Dr. Gupta, if patients want to learn more about bladder cancer, or if their families want to learn more what are some credible resources that you would send people to?
Yeah, I think it’s always good to get credible information than just Googling things which may or may not be true. Bcan.org is a very powerful resource that is a Bladder Cancer Advocacy Network, and as the name implies it’s for the patients, made by bladder cancer advocates.
That’s one of the resources that we highly recommend. Then there’s the resource that you all are working on. So, I think these collectively are the best sources of information which patients should try to stick to.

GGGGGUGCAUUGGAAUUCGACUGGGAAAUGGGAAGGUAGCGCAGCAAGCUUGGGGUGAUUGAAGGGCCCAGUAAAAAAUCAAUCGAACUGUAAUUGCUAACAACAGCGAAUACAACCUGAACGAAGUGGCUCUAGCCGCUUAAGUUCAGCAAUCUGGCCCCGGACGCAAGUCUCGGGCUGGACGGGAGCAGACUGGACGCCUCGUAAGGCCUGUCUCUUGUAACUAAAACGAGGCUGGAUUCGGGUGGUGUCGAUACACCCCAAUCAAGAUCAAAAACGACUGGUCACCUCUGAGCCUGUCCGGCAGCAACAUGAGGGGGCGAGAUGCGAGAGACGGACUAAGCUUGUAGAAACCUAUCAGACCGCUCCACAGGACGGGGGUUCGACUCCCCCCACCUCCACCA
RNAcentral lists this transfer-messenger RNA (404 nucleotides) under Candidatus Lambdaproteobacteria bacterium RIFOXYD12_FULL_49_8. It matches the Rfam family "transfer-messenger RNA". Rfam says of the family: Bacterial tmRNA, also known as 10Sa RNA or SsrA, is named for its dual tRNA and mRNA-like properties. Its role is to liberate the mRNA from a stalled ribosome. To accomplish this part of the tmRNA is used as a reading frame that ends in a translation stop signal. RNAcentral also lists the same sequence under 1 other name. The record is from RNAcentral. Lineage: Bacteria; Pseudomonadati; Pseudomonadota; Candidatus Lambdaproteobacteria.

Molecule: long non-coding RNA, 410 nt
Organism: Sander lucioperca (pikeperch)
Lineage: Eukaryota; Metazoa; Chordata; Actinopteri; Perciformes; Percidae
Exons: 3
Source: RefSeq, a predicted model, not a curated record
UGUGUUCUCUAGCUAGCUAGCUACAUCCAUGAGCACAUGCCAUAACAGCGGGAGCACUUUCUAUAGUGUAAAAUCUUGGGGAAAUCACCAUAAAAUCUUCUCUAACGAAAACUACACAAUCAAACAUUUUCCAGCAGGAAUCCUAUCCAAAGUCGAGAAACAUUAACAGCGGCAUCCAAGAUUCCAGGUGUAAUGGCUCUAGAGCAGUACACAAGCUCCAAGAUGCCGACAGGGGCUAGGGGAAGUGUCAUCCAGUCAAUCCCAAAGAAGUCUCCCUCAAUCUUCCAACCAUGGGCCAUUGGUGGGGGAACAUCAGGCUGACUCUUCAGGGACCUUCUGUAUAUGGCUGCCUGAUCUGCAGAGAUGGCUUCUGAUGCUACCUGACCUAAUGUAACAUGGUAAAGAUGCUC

Right. That’s good advice. To close, what would you like to leave our audience with? What are you hopeful about?
I think I would like to say that there’s a lot of good information, there’s a lot of advocacy resources. Patients should try to get their information from these verified sources and bring it to their care teams. And never hesitate to reach out for whatever they need during their diagnosis and treatment phase. Always ask questions. Ask about clinical trials. Ask about alternative options. That’s what I would leave the message to be.
Thank you so much for joining us today, Dr. Gupta. We really appreciate it.
Thank you, Katherine.